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  1. #21
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    The conventional Internationals and Freighliners sold here are a good 15% cheaper than the COE models.


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  3. #22
    Light Load Member InTranzit's Avatar
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    Quote Originally Posted by Pablo-UA View Post
    to avoid COE in the USA is the same stupid thing to avoid conventional in Europe.

    IMO, COE are good for urban operations, small yards. Conventionals are better on highway. In Europe the entire trucktor+trailer lenth is limited so they cant haul on hood and they were forced on cabovers. Iveco, Mercedes and other build conventionals but cant use them widly on EU roads.

    There is hidden war in Eurocomission now. Truckers want to eliminate lenth limits and push weight limits to use conventionals and road trains (ling b-doubles, dolly axel with additional semis, they want 60 0000 kg weight limit!), but railway owners of cource do not want it.
    For me, it don't bother me to drive both Cabovers or Conventonals, but to go trough Canada in the way to Alaska you're limited to 244" wheelbase on the tractor. In order to be able to have a big sleeper cab and enough space between the trailer and the cab for overhang of extended length cargo when pooling a flatbed trailer, you need a Cabover truck. For example: if you have a KW W900 with a studio sleeper, the drive axles are just inches from the sleeper back wall. No room to install a headboard at all.

  4. #23
    Light Load Member InTranzit's Avatar
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    Quote Originally Posted by king Q View Post
    An advantage a conventional has over a COE is cost.
    Initially cheaper to buy.
    Most evident in a small front accident.
    The cost on most conventional models is usually limited to lights, bonnet (Hood), inter-cooler(CAC) radiator etc.
    On a COE the whole cab suspension etc usually gets damaged as well.
    What could be a fiberglass repair on a freight-liner could be a very costly repair on a Scania COE.
    I still prefer COE because of its functionality in our market and appreciate quality.
    At least you have a choice! There's choice here too, only between bad quality conventional and bad quality conventional with a different name on the grille.

  5. #24
    Light Load Member InTranzit's Avatar
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    This new idea of conventional trucks with short hoods where half of the engine is under the cab is crap. It makes any repair on the engine absolutely a nightmare. No access to get to anything on that engine without having to spend half day uninstalling a bunch of crap that's in the way, and even then the cab is in the way of most of the back half of that engine.......can't move cab outa the way.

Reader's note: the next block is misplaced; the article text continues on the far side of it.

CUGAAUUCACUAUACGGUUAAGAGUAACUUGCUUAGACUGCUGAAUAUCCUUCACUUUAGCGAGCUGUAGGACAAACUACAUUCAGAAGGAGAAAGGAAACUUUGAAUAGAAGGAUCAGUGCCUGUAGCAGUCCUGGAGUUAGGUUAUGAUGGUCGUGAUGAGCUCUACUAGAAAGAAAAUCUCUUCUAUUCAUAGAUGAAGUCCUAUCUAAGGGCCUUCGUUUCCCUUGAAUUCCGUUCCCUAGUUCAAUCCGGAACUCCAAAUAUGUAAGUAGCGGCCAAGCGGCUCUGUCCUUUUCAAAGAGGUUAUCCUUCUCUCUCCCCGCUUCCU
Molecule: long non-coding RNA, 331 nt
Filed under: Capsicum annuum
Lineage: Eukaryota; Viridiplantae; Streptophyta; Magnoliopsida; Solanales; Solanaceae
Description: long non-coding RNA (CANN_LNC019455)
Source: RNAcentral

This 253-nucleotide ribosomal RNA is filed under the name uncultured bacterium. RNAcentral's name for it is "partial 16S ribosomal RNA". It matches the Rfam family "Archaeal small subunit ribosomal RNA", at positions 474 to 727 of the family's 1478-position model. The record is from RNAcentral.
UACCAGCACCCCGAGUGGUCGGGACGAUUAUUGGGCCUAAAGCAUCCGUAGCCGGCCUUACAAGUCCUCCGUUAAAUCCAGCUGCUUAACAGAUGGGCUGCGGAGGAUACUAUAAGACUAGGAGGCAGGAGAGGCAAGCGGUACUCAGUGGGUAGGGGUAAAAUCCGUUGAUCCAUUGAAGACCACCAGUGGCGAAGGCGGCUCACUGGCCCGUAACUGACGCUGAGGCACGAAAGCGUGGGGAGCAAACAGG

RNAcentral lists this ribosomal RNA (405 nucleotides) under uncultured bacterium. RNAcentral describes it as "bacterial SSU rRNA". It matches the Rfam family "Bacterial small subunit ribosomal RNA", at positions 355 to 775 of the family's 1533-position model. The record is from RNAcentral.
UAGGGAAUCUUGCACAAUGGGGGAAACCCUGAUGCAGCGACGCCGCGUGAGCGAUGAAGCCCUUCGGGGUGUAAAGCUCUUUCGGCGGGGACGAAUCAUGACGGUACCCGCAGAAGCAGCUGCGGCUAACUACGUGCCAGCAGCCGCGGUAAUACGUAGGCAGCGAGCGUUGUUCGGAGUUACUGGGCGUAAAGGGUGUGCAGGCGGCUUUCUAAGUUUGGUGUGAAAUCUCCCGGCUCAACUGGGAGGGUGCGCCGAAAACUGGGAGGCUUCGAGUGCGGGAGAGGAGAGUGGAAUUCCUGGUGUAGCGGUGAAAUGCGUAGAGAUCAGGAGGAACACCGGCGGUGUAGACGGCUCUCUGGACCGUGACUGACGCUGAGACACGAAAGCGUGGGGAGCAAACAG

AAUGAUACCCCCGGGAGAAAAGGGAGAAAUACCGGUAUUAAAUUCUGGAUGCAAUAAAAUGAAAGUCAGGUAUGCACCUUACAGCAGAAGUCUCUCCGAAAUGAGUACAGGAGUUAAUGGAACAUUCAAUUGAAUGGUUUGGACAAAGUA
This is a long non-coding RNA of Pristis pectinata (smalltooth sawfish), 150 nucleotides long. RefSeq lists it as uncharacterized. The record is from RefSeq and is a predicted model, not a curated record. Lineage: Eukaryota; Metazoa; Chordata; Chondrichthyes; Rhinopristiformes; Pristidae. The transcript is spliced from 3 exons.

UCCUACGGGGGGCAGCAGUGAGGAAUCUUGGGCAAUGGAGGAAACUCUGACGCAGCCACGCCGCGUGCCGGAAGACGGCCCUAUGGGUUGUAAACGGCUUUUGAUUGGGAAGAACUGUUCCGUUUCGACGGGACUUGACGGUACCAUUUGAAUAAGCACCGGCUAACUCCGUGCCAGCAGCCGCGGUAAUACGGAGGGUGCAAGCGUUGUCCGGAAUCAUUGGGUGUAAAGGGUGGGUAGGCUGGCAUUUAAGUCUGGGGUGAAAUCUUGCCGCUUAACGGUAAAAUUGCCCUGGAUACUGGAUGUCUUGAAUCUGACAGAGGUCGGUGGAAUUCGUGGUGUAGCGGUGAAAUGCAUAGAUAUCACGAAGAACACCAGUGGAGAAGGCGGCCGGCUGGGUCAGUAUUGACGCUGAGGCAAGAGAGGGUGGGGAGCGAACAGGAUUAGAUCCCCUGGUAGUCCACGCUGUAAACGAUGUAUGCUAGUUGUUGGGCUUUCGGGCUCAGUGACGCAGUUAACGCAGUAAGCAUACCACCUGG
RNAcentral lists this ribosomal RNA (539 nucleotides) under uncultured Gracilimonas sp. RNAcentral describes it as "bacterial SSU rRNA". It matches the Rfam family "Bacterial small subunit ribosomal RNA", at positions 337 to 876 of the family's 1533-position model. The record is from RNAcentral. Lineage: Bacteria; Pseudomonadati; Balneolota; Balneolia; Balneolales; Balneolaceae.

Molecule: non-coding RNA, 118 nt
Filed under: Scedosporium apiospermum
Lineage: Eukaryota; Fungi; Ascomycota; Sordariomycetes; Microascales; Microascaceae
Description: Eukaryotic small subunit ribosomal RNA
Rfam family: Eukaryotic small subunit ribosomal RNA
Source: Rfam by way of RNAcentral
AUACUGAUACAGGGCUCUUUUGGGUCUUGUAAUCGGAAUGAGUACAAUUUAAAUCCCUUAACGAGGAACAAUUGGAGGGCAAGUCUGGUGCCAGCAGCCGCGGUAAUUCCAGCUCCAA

Darn it! If it's a conventional then give me the long nose truck, or otherways give me a Cabover any day......I'll take that COE in a heartbeat.

  6. #25
    Road Train Member Pablo-UA's Avatar
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    Quote Originally Posted by InTranzit View Post
    This new idea of conventional trucks with short hoods where half of the engine is under the cab is crap. It makes any repair on the engine absolutely a nightmare. No access to get to anything on that engine without having to spend half day uninstalling a bunch of crap that's in the way, and even then the cab is in the way of most of the back half of that engine.......can't move cab outa the way.
    Darn it! If it's a conventional then give me the long nose truck, or otherways give me a Cabover any day......I'll take that COE in a heartbeat.
    all cabs of this design have hatch to acess engine from cab. You can find it in Scania T-series, Volvo VN, ST, Columbia and other... It is like engine acess in RVD vans, like Vario, Ram Van, Aerostar and other.

  7. #26
    Light Load Member InTranzit's Avatar
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    Quote Originally Posted by Pablo-UA View Post
    all cabs of this design have hatch to acess engine from cab. You can find it in Scania T-series, Volvo VN, ST, Columbia and other... It is like engine acess in RVD vans, like Vario, Ram Van, Aerostar and other.
    Dude, I had to drill and pul out from the engine head a broken exhaust manifold bolt at the #6 holle in my truck, a VN. After removing the air cleaner and the rest of the stuff autta the way, then trmoved the exhaust manifold with the tubo and all that, the access was still kinda crappy. Out came the cab's little "dog house"/hatch and still the drill and the retracter wouldn't clear the firewall edge properly, only at an engle, which is no good. I had to use the welder and weld a nut to the broken bolt that broke at the same level with the surface of the head. After allot of swea and trial and error, finally it came out. The rest is history.
    well, in a COE the cab goes up and the engine assembly is exposed all around, easy to work on. The same goes for removing and replacing the transmission. In a COE you have easy access all around the clutch housing from above and under. Use the fraim rails as a bridge for a rolling "A" frame contraption(easy to manufacture and small and light enaugh to kip in your tool box) which can be used as a crane to lift and support the trany.